"Lies, distortions, jingoism, xenophobia -- another day, another campaign issue that Republicans can use to bash President Obama and the Democrats." - Eugene Robinson
"Despite all the high-minded words about "sensitivity" for the families of the victims, this is slimeball politics, pure and simple, except for when it descends into outright religious bigotry--which seems to be what happens every time Newt Gingrich opens his mouth." - Joe KleinOn Israel and Iran:
The proposed community center is sponsored by a Sufi group, which is the one of the most moderate and tolerant expressions of Islam. Sufis have historically been persecuted and executed by the more conservative, right wing elements, most notably in Pakistan over the last several months. The Taliban hate them and have bombed their shrines and mosques. I think it shows our ignorance and lack of Christian values to attack a moderate Islamic group as if we ourselves were a Taliban group. When asked for his opinion on the subject, our brain-dead conservative leader-who-wants-to-be-our-next-president said:
"Nazis don't have the right to put up a sign next to the Holocaust museum in Washington ... We would never accept the Japanese putting up a site next to Pearl Harbor." - Newt Gingrich
What also is obnoxious is manufacturing an incident and using it to attack the president, trying to make it fit into the GOP gameplan of isolating Obama and separating him from his support base. Our friend Sarah Palin uses the device of pretending she knows what the "American public" is thinking and feeling. I would describe her as illiterate and arrogant, someone who is happy when she attacks and never forgets a slight.
“It sounds cliched to say that the president is disconnected from the American people on this issue, but how else do you describe it,” the former Alaska GOP governor said on Fox News. “He just doesn't get it, that this is an insensitive move on the part of those Muslims who want to build that mosque in this location. It feels like a stab in the heart to, collectively, Americans who still have that lingering pain from 9/11.” - Sarah Palin
But this isn't really a political war as much as it is one of ideals - the right wing mentally ill people against everyone else. The right wingers in charge in Israel have decided that Obama is not their friend, so now we are getting articles by folks criticizing Obama for not supporting Israel unconditionally and forcing poor Netanyahu into peace negotiations, and we get this trumped up mosque affair, with the implications that Obama is wrong to support Muslims and their wishes over American Christians and Jews. Next week it will be something else just as phony and it will get a lot of press, and if Obama's poll ratings drop by another point or two, it will have been worth it, and an endless stream of these events will continue until election day in 2012...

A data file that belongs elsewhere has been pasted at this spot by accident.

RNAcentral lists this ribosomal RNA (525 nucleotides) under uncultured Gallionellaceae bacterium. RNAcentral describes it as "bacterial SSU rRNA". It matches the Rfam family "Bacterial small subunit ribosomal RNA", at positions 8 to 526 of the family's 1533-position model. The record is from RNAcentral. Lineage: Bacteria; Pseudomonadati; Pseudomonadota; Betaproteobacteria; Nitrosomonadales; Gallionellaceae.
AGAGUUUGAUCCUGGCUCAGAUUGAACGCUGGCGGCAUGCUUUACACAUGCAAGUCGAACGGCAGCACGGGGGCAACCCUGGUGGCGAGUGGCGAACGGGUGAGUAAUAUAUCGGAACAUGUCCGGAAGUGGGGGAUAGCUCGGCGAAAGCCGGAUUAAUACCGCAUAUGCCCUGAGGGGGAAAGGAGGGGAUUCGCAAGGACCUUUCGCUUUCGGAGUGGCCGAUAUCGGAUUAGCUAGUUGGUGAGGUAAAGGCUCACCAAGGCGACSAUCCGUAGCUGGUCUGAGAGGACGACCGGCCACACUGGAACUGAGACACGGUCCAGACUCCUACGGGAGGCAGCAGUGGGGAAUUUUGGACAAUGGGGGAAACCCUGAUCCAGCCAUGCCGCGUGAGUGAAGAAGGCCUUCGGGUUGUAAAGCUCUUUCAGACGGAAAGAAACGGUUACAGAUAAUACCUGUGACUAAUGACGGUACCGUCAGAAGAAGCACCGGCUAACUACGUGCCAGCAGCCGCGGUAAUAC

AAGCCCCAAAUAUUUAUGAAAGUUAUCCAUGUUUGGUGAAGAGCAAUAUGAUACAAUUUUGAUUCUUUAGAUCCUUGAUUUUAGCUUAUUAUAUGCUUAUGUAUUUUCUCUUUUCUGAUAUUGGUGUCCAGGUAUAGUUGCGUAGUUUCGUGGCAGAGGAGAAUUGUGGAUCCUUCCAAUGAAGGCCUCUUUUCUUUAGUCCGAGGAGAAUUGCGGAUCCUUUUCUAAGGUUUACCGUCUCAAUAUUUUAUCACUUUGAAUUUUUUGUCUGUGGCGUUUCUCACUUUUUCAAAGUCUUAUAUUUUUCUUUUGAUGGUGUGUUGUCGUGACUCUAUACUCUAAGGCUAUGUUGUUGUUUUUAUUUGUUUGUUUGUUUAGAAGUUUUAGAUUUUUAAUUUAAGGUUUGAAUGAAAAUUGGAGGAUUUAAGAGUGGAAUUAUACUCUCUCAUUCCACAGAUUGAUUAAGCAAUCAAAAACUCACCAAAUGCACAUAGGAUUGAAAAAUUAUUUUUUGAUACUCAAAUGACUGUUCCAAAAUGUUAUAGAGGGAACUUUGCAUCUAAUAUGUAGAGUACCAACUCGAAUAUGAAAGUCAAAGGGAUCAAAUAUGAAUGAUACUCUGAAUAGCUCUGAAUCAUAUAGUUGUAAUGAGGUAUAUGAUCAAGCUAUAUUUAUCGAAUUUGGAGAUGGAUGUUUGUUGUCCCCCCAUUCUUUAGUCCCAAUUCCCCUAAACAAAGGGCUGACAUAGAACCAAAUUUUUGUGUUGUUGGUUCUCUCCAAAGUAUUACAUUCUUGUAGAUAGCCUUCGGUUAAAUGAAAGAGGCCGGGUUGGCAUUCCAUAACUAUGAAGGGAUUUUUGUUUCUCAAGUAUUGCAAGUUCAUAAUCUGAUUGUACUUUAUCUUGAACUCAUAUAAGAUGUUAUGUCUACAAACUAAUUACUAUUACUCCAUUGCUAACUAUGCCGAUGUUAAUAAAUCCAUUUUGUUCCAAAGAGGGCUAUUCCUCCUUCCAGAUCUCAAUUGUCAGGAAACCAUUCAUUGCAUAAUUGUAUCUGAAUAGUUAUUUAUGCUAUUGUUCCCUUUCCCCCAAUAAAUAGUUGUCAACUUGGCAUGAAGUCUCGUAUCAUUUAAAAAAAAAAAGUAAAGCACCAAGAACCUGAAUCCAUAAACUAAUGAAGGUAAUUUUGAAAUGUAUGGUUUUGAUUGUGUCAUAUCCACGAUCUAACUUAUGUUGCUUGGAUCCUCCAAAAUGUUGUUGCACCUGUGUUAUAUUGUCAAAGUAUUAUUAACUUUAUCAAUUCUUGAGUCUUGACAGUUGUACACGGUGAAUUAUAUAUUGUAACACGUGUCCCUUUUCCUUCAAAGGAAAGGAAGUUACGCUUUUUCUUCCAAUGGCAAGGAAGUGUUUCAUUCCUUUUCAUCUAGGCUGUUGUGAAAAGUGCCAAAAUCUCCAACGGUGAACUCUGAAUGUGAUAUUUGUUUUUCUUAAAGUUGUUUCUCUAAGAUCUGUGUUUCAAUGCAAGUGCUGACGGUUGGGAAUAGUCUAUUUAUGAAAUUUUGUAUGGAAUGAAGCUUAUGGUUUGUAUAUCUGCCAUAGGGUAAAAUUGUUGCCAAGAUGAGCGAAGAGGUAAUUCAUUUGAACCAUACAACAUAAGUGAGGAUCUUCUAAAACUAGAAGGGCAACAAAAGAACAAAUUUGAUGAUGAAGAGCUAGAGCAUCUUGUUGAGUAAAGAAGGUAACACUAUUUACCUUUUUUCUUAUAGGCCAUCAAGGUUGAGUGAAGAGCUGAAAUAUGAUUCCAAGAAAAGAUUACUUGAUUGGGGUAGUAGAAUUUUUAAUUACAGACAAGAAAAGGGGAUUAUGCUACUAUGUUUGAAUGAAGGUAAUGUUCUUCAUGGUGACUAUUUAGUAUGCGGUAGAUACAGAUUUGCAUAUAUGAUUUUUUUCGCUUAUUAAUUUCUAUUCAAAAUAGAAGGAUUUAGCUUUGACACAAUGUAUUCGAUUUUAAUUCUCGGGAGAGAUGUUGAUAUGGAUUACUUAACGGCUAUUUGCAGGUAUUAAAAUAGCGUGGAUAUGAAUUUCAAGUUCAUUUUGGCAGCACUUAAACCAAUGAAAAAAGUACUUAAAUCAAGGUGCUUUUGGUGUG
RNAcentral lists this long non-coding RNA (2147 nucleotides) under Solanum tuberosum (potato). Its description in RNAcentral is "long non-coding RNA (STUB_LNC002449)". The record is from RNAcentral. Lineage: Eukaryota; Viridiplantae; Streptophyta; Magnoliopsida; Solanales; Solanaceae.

Ever notice that with all of the articles on Afghanistan, we haven't seen anything much on the drug trade? Why has the heroin industry flourished more whenever the Americans are there? Nobody wanted to believe that our military and the CIA were involved in the Southeast Asian drug trade during the Vietnam War era, either, unless you were a soldier who came back an addict or were personally involved. We glossed it over, just as we are currently doing in the #1 area of heroin production in the world... I often wonder where all of that heroin goes, since we have less addicts in the US than we did 30 years ago. Maybe the hospitals are using more of it to numb the pain from all of the head injuries and loss of limbs from roadside bombs... It can't all go to Dutch cafes...
calling for a debate over drug legalization. "In all, since Felipe Calderón sent the army against the drug gangs when he took office as president almost four years ago, some 28,000 people have been killed, the government says. There is no sign of a let-up, on either side.
So it came as a surprise when on August 3rd Mr Calderón called for a debate on whether to legalise drugs. Though several former Latin American leaders have spoken out in favour of legalisation, and many politicians privately support it, Mr Calderón became the first incumbent president to call for open discussion of the merits of legalising a trade he has opposed with such determination."